I woke up Wednesday morning, around 11, on a couch pushed tight against the dark gold walls of the apartment on the second floor of 58 Florence Street. That apartment, each room of which is painted a different deep, warm, color, is the home of my two closest friends at Clark, Mike Tierney and Paul Puiia. Next year, although my bed and mailing address will be in Blackstone Hall, it will be my home as well.
Tuesday night, Mike, Paul and I gathered all of our friends together for dinner at the apartment. Warm laughter and hours of flowing conversation carried us into the night, the words passing easily back and forth over the worn, low, dark wooden table that sits in the middle of that golden room. When I woke up on that couch, next to that table, on Wednesday morning, Mike and I said to each other the same thoughts in different words: It will never be like this - just like this - ever again. Mike is leaving us this August, graduating, and starting a new life in Manhattan. And I am still in London.
I was in Massachusetts from 7:07 on Tuesday morning until 5:16 am on Thursday — just 2,769 minutes, but each one shone. I had forgotten, living in London, a city of cold brilliance, that the corners of Clarkie’s mouths turn up together when they see you coming and their arms open when they see you leave and their eyes crinkle while they’re talking to you. I had forgotten that the Green turns warm and bright with a hot mist when the sun shines on it after rain. And I’d forgotten how much it means to me that I get to be a part of this place for a little while longer, before May 2014. Before the world.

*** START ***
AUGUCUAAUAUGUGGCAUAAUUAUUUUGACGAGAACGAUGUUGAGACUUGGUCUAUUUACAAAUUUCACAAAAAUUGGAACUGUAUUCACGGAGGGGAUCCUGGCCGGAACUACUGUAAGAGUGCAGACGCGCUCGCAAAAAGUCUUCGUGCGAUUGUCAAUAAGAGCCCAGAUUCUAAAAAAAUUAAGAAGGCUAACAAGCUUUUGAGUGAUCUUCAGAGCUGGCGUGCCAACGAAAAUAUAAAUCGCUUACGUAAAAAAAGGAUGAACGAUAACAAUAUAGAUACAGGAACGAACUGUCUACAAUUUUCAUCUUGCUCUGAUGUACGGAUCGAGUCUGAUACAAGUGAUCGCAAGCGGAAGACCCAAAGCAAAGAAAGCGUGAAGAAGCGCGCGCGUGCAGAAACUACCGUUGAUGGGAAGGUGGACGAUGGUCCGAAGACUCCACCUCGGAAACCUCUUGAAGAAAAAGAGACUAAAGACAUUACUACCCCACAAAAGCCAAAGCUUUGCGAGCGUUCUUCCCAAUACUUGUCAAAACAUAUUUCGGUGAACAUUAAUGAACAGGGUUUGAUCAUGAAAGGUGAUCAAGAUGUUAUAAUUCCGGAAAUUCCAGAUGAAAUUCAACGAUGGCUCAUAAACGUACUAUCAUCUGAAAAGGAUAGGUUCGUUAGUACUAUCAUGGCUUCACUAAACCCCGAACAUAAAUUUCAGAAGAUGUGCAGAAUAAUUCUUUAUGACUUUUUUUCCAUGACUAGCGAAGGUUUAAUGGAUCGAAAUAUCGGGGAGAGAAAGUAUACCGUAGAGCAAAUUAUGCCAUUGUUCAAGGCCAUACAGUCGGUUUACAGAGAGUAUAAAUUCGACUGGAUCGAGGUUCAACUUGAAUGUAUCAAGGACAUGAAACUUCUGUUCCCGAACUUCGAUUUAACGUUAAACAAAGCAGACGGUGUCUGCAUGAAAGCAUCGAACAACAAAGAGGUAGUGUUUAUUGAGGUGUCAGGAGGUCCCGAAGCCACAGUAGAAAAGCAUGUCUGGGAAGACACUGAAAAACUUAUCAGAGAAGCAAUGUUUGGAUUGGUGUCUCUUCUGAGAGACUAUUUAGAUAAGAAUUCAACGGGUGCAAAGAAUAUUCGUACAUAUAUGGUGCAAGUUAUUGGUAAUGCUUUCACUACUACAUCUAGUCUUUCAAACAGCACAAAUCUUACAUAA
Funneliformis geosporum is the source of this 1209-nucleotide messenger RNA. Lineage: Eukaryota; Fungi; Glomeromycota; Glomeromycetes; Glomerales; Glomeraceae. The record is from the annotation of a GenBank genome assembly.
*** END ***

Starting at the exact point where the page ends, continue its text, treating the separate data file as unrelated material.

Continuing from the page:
When I came to Worcester on August 21st, 2010, I was certain that Clark was a kink in the plan. It was a horrible cosmic mistake that had brought me to it, and I was determined to get out. But then the corners and the crinkles and the arms opened wide gathered me up and took me in and changed me so fundamentally that it’s hard for me to understand the person I was back then. Two weeks ago, my younger brother Dale became Dale Watt ’17, Clarkie. There is no longer any doubt that Clark and I are tied up together, now as my flesh and blood walks onto the campus that I’m leaving. It’s home, and this is what coming home feels like.
The world is about to start moving very fast for me. The next ten years will be exciting, dangerous, and unpredictable. On the cold days and the hard days and the days that I don’t believe for a moment that I know what I’m doing, I’ll be glad to have with me in my heart the memory of these days, these sunlit days with friends.